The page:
In French this was called the "couvre-feu", or "cover-fire". There used to be a bell that was rung to tell everybody that it was time to cover their fire and go to bed. This tolling bell became known in English as the "curfew". And hence a "curfew" is any "requirement to go to bed", whether ding-donged or not.

    Anyway, the word "cover" has various other meanings and variations of varying mysteriousness. You can cover more ground by moving fast, you can cover for a colleague, a journalist can cover a subject (presumably in ink), and a gunman can have you covered. No amount of research has explained to me why a cover version is called that. But my favourite cover lingers in plain sight. It is the word "discover".

    To "dis-cover" something is to "remove its cover". Once upon a time this could be used for anything. So a strong wind could discover a house, i.e. blow its roof off. A chef could discover a bowl. One could discover one's Christmas presents by unwrapping them. It is the sense of something that was once covered having its cover removed. This is rather beautiful when you think about it in its modern sense. The "discovery" of America, for example, suggests that there was a whole veiled continent, until Mr Columbus pulled the curtain away and discovered it.




    a law that does not allow people to go outside between a particular time in the evening and a particular time in the morning

    the period of time during which people must not go outside according to a curfew law

    Origin and usage

    The noun "curfew" came into English from French words meaning "cover" and "fire". It has been in use since the late 13th century.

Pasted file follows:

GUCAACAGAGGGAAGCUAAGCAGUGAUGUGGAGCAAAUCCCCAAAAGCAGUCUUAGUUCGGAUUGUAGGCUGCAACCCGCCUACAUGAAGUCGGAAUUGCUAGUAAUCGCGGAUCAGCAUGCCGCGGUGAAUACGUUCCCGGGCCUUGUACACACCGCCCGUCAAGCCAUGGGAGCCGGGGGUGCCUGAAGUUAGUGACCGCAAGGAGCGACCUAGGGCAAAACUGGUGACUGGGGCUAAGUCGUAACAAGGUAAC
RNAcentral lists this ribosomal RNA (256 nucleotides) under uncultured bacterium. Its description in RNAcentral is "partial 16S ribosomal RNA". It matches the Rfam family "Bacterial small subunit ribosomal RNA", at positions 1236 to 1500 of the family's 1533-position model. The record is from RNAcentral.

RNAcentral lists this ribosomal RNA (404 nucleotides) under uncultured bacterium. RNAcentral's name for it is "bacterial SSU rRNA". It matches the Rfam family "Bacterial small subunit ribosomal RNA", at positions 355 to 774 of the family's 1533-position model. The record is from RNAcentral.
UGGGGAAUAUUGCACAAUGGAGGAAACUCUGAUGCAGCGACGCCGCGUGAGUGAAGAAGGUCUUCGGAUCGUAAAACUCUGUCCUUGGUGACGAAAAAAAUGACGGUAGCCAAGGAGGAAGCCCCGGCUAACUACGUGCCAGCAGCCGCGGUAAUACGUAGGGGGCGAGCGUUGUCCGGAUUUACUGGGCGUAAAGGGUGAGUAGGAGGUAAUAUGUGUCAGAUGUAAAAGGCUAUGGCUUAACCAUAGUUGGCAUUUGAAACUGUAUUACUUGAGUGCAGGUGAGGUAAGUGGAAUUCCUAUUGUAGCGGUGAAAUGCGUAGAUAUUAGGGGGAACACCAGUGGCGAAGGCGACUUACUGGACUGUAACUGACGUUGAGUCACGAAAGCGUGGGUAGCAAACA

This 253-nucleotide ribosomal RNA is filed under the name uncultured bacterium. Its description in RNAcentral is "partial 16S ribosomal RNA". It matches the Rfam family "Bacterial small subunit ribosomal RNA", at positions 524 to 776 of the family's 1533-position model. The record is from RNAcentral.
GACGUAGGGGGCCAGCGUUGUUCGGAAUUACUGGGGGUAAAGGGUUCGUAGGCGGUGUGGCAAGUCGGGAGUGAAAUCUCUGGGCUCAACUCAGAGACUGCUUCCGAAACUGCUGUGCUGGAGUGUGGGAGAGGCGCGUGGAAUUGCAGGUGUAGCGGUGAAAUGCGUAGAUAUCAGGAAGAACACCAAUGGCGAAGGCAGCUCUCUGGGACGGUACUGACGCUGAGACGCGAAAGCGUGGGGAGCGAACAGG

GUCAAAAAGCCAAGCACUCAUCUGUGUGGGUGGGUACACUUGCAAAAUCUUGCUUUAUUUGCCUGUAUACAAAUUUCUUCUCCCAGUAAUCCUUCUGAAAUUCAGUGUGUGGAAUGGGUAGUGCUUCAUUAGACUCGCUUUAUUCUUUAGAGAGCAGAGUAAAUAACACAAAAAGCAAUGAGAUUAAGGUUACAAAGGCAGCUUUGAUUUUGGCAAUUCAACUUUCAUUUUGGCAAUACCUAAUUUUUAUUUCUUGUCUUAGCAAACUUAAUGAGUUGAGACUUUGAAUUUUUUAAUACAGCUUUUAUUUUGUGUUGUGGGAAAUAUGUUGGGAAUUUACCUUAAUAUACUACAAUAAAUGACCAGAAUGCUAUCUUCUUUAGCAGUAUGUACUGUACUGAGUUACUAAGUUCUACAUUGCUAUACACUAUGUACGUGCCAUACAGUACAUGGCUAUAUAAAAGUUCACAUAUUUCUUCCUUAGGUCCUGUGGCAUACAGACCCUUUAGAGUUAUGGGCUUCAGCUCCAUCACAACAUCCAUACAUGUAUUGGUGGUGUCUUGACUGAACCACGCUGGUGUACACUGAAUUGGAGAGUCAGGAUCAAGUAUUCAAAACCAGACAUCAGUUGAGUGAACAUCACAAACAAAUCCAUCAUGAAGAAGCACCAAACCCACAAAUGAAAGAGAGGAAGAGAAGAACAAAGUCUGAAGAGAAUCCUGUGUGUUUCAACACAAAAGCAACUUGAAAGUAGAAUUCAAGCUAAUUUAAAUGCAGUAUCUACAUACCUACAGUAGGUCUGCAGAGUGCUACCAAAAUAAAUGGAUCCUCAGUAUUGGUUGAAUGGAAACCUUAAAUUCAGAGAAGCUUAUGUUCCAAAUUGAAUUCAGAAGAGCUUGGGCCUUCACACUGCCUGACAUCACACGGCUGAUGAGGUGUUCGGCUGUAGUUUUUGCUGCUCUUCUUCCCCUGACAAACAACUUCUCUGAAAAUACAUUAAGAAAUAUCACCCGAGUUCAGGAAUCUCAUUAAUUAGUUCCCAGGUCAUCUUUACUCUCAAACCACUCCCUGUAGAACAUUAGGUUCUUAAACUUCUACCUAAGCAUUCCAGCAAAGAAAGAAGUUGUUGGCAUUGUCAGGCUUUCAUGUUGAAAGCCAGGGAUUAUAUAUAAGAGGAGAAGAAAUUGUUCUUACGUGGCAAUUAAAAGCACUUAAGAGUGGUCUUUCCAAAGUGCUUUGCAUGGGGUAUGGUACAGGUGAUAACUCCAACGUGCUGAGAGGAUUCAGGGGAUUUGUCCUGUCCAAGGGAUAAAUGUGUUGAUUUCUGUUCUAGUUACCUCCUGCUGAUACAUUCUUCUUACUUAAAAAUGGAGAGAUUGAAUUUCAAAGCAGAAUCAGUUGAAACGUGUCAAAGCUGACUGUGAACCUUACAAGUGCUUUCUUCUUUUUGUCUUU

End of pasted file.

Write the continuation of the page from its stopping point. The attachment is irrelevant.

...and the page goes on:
The origin of the word "curfew" lies in medieval health and safety restrictions. Since most buildings were made of flammable materials, households were ordered to cover or extinguish domestic fires and naked flames overnight to prevent them setting light to buildings while people were asleep. A bell was rung to indicate the time when this should be done. This meaning was later extended to refer to an order to people to stay indoors or the period when this was to be done, usually overnight.

    While the term "curfew" is still being used in reference to the coronavirus pandemic, another more recent term, "lockdown", is often preferred. "Lockdowns" have been very much in the news recently, first with reference to other countries and now referring to the UK, where a government-ordered lockdown has been put in place that is severe, but less severe than in some other places. As currently used, "lockdown" refers to a situation in which most citizens are being asked or ordered to remain indoors, not for a few hours but for an extended period of weeks or even months, in order to try to control the spread of the novel coronavirus.


    14TH CENTURY: "curfew"


    "curfew", noun

    Did you know?

    In medieval Europe, a bell rang every evening at a fixed hour, and townspeople were required by law to cover or extinguish their hearth fires. It was the "cover fire" bell, or, as it was referred to in Anglo-French, "coverfeu" (from the French verb meaning "to cover", and the word for "fire"). By the time the English version, "curfew", appeared, the authorities no longer regulated hearth fires, but an evening bell continued to be rung for various purposes—whether to signal the close of day, an evening burial, or enforcement of some other evening regulation. This "bell ringing at evening" became the first English sense of "curfew". Not infrequently, the regulation signaled by the "curfew" involved regulating people's movement in the streets, and this led to the modern senses of the word.